What is the BMW X1?
BMW appears to be competing to devise the most tortured names for its cars and with some success — the BMW X1 xDrive 20d xLine contains no fewer than three “x”s in its title, but little clue to what kind of animal this vehicle actually is. Well, all BMW X models — X1, X3, X5, X6 — are crossovers, blending a mix of four-wheel drive, estate car or in the case of the X6, four-door coupé and 4WD. xDrive means it has all-wheel drive — rear-drive versions are sDrives — and xLine is a versatility oriented trim level. So now you know.
The X1 is BMW’s smallest crossover, and an alternative to Land Rover’s Evoque and Audi’s Q3. It should really be considered as a high-riding estate car, especially in rear-wheel drive form. The embarrassment of being stuck in snow, in a vehicle that looks like it should sail through it, will probably steer most buyers to the all-wheel-drive versions, however, and of the four diesel engines offered (there are no petrols) the 2.0 provides the best performance and economy mix. If you don’t need all-wheel drive and performance is relatively unimportant, then the 118d two-wheel drive is worth considering. The ultimate version, the 215bhp xDrive 25d, boasts the handling to make its power enjoyable.
Lording it over lesser cars, or at least seeing a bit further down the road, is one of the main advantages of crossovers like these with their loftier seating positions. The X1 duly delivers this, and it doesn’t take long to feel confident with it, especially as it corners with very little roll and provides accurate steering. The more powerful X1s are lightly entertaining on open country roads too, not always a given with machines like this.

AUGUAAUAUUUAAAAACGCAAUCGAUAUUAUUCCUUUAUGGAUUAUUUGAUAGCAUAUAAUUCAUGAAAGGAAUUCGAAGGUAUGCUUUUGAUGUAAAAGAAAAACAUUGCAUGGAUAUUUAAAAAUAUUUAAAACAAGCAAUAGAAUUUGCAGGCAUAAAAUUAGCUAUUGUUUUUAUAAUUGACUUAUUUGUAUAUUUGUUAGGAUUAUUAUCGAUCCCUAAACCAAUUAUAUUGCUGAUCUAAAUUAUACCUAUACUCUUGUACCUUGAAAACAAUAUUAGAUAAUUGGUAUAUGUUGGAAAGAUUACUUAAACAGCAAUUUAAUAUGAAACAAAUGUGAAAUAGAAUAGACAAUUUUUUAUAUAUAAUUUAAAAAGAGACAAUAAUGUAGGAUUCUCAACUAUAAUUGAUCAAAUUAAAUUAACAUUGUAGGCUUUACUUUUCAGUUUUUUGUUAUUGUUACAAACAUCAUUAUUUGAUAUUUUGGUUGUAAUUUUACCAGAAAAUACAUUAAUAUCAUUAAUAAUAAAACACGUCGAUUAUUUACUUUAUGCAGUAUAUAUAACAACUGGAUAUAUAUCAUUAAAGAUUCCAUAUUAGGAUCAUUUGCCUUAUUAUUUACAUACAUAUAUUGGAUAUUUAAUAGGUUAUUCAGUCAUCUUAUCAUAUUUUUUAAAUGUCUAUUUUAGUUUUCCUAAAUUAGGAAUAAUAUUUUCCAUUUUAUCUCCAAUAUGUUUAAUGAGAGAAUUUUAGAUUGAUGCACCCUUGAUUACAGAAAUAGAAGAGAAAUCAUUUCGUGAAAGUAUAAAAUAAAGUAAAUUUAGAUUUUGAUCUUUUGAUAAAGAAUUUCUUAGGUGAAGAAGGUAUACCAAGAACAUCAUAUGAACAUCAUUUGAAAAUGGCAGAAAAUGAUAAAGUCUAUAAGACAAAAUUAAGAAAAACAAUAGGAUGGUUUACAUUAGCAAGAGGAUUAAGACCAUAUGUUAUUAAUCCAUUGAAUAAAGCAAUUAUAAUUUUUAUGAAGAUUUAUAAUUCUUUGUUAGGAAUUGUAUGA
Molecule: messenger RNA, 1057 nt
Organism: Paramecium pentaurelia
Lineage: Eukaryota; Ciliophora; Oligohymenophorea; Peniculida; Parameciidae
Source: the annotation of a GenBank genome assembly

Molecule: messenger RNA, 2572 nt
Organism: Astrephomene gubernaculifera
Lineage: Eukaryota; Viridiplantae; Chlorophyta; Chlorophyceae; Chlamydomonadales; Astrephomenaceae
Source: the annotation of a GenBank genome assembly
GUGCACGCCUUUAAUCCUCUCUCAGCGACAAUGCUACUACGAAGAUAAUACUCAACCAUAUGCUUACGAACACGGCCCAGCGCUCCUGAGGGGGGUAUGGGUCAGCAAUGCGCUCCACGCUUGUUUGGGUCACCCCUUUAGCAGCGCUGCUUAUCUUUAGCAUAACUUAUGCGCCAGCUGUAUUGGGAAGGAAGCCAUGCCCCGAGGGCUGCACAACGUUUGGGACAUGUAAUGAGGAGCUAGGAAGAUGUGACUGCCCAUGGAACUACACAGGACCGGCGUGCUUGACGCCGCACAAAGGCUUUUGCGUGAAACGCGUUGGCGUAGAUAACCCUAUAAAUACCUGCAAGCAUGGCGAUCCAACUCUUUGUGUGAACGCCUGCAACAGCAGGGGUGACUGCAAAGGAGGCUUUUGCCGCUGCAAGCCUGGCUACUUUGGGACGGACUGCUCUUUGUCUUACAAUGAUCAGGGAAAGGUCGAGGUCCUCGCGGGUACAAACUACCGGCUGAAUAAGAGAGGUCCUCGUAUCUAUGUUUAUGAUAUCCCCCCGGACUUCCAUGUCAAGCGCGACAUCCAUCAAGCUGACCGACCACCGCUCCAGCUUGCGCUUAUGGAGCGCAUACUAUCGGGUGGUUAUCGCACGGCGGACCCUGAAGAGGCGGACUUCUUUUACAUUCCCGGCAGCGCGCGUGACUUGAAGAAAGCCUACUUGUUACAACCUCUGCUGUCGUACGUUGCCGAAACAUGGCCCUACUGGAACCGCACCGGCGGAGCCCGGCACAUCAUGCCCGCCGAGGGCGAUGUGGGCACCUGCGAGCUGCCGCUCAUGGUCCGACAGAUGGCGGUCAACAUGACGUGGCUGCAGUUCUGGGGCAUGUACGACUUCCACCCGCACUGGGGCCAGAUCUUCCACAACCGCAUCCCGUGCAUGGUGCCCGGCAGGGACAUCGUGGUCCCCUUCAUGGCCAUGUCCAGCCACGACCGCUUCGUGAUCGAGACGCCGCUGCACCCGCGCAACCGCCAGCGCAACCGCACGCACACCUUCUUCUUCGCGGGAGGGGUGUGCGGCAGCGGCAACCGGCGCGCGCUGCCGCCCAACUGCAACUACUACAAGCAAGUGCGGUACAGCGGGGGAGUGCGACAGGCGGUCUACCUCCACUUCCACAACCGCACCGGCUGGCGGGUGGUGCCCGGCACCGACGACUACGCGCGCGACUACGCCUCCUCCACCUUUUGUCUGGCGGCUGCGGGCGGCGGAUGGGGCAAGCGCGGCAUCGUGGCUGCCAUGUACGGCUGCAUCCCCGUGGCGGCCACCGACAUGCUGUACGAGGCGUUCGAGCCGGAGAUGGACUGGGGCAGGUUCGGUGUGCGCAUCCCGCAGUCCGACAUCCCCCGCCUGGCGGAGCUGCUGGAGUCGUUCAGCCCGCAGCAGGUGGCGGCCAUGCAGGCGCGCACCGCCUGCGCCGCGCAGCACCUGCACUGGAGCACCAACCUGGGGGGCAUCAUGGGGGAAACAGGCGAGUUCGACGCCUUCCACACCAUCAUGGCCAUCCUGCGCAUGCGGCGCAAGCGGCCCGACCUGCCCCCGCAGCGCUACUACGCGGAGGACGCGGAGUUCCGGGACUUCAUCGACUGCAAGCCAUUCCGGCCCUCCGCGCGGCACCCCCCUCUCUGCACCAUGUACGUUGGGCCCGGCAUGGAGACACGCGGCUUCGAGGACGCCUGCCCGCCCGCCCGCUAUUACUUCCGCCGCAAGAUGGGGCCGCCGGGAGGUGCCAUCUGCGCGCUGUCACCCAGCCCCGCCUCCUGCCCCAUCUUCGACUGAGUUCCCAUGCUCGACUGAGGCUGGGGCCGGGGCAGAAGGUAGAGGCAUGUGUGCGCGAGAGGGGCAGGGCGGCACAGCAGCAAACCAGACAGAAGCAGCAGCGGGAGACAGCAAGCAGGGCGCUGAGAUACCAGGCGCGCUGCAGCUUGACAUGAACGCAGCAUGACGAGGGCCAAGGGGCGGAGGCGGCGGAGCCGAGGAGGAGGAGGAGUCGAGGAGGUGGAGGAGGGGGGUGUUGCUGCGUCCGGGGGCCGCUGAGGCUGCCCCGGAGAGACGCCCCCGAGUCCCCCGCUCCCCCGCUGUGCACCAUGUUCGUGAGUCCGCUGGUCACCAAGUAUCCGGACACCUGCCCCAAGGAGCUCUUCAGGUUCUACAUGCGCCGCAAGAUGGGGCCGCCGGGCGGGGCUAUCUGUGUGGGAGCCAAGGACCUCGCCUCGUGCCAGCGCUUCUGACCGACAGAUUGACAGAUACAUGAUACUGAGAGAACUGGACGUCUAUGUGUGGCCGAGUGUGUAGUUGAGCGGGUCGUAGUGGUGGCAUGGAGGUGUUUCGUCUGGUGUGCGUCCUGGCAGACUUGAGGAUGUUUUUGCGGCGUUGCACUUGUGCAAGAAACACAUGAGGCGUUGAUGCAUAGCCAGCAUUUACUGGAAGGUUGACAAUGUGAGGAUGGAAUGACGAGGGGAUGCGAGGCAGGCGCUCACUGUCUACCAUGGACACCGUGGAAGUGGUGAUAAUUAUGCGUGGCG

All versions of the X1, except the 20d Efficient Dynamics, can be had with an eight-speed automatic that suits the car well, improves its economy and despite the number of gears it has to juggle, is rarely foxed. Unless you love pumping clutches, it’s the transmission to have if the budget runs to it. This gearbox also makes a more relaxed cruiser of the X1 at speed. Its diesel engines are relatively civilised but not the best, gruff vibrations occasionally invading the cockpit during enthusiastic acceleration.
This is where you expect to find abundant space, and this being a BMW, unimpeachable finish, too. Truth is, the X1’s cabin is barely any bigger than a Ford Focus’s in practical terms, and back-benchers will find more legroom in the Ford. The X1’s boot isn’t enormous either. As mentioned, its main advantage over a lowly hatchback is its raised seating. You’d also expect a high-grade interior from a BMW, and it’s not bad, but both the Range Rover Evoque and Audi Q3 are better.
What to look out for when buying a used BMW X1
BMW X1s, along with other BMWs, with a 4-cylinder engine buit between June 2012 and August 2013 were recalled in January 2014 for brake assistance failure, so check that the problem has been attended to if going for one of these models. There have been no other recalls so far and there appear to be no big problems with the X1, but it hasn’t always scored well in customer satisfaction surveys. It came bottom of the small 4×4 category in the 2012 JD Power report, though owners’ complaints appear to have been provoked by minor niggles rather than serious mechanical problems, and the car was commended in a 2012 survey by Which? for “outshining BMW’s overall reliability rating, which is average”.
The one to buy
BMW X1 xDrive 20d xLine
- £29,580 (price correct at time of publication)
- 1995cc, in-line four
- 184bhp @ 4000rpm
- 280 lb ft @ 1750rpm
- 6-speed manual (automatic available)
- 0-62mph in 8.1sec
- Top Speed:
- Road Tax Band:
- L 4477mm, W 1798m, H 1567mm
BMW X1 rivals
- Range Rover Evoque (click for used car prices on driving.co.uk)
- Audi Q3 (click for used car prices on driving.co.uk)
- Volvo XC60 (click for used car prices on driving.co.uk)